Target audiences for this book include agricultural economists who are working on technology and resource management issues, and especially on biotechnology and biodiversity, development economists addressing issues of resources and agricultural sector in developing countries, and environmental and resource economists. These individuals may be in academia, in government, in nongovernmental organizations, and in private companies. Another target audience is policy scholars in government, schools of public policy or schools of environment that are interested in issues of biotechnology policy, IPRs, and biodiversity, as well as the interaction between developed and developing nations regarding these issues.

A third target audience is scholars in both development studies and resource management studies. By largely de-emphasizing technical presentation in the main text and emphasizing conceptual and policy issues, we believe that we will reach scholars whose aim is to analyze these major issues of development and resource management without heavy emphasis on economics.

Finally, interest in these topics presented in the book is strong among scholars and policymakers both in the developed and developing world, and in international organizations such as The World Bank and United Nations agencies. Thus, policymakers throughout the world who are addressing the issues of this book are an important target audience.

While most of the chapters rely upon economic analysis and tools, most of the book is written in a manner that aims to reach a broad range of experts interested in the topic, including noneconomists. It also contains contributions by noneconomists who are experts in biotechnology and biodiversity. It aims to familiarize the reader with some of the major debates, policy options associated with management of biotechnology and biodiversity in the developing world, and conceptual approaches that aim to identify policies and management schemes that will lead to strategies that will improve social welfare and reduce poverty.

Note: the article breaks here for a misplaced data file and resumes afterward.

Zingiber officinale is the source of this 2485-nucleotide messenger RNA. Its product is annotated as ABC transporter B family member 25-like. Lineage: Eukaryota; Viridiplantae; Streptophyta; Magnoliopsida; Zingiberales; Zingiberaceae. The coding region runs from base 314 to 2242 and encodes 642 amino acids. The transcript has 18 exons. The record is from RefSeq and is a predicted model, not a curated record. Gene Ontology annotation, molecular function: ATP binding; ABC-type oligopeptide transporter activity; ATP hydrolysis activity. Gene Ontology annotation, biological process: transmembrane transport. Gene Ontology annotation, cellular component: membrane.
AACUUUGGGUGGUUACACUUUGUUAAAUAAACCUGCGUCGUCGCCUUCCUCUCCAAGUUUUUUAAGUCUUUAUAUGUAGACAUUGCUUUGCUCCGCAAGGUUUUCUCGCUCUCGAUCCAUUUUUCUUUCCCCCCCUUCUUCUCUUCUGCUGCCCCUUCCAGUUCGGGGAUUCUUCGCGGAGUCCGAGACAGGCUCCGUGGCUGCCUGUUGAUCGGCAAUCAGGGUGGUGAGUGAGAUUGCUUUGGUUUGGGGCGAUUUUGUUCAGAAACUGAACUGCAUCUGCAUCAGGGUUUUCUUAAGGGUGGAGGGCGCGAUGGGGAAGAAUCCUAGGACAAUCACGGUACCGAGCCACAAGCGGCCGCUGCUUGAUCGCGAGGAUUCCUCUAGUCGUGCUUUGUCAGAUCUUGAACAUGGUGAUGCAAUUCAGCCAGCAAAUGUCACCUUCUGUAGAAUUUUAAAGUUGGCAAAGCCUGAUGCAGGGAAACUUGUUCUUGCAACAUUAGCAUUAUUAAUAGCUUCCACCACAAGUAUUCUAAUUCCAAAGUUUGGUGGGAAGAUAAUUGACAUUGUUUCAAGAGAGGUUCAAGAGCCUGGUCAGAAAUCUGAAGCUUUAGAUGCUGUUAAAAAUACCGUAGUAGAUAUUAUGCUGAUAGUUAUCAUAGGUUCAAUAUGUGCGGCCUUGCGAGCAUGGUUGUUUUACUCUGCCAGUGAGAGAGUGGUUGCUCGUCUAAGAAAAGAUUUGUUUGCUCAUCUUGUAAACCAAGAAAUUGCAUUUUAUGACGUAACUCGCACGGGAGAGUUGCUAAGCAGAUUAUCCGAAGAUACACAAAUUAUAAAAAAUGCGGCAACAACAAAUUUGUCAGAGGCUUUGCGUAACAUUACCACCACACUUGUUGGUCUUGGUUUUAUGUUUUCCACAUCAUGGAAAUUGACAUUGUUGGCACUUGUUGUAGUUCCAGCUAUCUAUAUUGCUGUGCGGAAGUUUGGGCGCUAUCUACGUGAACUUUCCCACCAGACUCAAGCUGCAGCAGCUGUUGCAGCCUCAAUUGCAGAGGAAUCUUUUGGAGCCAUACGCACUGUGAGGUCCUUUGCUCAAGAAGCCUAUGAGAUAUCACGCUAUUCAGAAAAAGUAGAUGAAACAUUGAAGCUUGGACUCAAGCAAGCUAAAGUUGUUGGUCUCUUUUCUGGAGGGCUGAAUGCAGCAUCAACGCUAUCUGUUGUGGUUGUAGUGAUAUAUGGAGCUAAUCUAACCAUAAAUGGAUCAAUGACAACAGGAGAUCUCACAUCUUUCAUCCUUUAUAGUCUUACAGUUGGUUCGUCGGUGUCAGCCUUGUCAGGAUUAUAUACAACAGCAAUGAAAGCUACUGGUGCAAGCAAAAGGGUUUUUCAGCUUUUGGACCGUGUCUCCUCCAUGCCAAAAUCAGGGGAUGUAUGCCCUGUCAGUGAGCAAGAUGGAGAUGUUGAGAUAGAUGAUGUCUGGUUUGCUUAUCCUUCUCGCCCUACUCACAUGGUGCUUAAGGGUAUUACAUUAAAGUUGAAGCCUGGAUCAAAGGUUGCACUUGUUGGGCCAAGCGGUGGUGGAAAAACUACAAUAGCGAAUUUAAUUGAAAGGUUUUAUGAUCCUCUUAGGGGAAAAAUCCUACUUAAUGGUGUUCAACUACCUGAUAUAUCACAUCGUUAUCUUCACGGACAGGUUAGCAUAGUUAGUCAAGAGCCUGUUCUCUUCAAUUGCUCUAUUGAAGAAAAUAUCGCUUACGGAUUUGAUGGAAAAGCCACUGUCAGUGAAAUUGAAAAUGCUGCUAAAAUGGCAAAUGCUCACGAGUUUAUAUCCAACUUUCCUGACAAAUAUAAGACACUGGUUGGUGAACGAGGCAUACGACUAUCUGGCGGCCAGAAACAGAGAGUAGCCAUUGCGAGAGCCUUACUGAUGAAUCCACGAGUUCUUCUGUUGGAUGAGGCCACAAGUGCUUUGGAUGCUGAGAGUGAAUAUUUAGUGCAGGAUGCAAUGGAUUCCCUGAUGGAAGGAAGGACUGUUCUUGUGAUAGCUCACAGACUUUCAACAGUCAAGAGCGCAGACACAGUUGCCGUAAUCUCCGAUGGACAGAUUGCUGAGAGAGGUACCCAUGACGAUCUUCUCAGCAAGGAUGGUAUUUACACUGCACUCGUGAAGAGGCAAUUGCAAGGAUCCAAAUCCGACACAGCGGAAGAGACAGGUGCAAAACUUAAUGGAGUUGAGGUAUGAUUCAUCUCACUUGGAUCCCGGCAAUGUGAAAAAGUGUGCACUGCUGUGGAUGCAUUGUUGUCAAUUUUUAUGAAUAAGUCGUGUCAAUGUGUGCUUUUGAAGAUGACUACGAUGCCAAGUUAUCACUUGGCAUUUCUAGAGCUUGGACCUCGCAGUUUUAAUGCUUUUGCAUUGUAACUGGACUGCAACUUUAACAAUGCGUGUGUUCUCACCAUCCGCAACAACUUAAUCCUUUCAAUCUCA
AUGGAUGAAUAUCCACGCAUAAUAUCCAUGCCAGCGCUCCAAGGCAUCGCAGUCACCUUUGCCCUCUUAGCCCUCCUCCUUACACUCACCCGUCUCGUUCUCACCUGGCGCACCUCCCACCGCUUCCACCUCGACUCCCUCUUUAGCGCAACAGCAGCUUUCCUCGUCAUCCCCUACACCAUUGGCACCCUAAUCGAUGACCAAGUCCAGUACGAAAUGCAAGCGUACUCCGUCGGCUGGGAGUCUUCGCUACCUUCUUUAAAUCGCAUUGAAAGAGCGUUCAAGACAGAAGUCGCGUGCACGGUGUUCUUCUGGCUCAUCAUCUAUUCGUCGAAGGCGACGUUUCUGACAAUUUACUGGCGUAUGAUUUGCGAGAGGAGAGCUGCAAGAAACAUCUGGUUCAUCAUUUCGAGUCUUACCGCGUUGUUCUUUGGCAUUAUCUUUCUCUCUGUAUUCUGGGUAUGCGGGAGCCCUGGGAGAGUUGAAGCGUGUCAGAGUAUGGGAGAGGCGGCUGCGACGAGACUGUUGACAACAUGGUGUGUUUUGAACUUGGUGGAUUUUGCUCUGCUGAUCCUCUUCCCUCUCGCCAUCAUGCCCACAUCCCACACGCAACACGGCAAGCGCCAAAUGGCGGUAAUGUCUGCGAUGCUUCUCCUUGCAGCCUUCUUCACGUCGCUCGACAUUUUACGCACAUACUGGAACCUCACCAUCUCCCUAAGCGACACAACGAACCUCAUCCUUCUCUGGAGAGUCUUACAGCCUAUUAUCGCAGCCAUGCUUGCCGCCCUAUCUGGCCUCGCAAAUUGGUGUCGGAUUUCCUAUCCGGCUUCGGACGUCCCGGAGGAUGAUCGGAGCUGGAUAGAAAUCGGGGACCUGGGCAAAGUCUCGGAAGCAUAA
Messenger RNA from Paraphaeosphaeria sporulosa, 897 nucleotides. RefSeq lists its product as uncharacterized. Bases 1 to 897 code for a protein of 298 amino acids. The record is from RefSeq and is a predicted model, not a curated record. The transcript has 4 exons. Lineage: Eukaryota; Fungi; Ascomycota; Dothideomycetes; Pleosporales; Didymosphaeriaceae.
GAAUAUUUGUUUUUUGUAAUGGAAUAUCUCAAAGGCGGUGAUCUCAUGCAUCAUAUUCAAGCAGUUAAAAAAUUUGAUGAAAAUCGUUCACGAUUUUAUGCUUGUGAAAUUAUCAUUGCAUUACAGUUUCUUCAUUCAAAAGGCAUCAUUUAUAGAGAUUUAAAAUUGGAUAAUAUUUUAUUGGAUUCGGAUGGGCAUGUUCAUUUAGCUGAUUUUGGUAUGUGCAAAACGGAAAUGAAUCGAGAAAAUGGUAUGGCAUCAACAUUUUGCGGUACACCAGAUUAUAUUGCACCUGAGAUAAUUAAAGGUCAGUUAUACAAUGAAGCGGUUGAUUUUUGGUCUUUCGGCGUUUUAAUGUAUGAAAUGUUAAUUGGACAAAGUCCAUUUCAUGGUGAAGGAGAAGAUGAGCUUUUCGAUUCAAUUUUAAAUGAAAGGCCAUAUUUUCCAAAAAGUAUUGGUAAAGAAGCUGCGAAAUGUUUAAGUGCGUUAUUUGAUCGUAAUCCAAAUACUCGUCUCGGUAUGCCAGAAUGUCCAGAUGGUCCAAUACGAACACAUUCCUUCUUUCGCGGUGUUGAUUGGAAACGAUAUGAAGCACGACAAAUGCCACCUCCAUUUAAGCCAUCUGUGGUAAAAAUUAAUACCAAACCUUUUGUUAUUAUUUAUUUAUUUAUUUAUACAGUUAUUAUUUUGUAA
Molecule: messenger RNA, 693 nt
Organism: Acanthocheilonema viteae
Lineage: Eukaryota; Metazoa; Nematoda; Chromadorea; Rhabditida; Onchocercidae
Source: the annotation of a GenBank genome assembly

This book begins with a section containing chapters overviewing the global setting in which the management of biotechnology and biodiversity are taking place, including an analysis of major socioeconomic trends and institutional developments and their potential impacts. This section is followed by one containing chapters summarizing the major issues in the management of agricultural and wild biodiversity, including valuation and incentives for conservation. Equity concerns and their implications for the distribution of costs and benefits associated with the conservation and use of genetic resources are the subject of the chapters in the following section.

The next section provides an analysis of the current and potential value of biotechnology in developing countries and the types of institutional reforms needed to realize this potential. The book is then concluded with a summary chapter, which integrates the policy implications drawn from earlier sections on biodiversity and biotechnology in the context of development. In the remainder of this chapter, we provide a general introduction to the links between agricultural biodiversity and biotechnology, based upon issues and findings of the chapters as summarized below.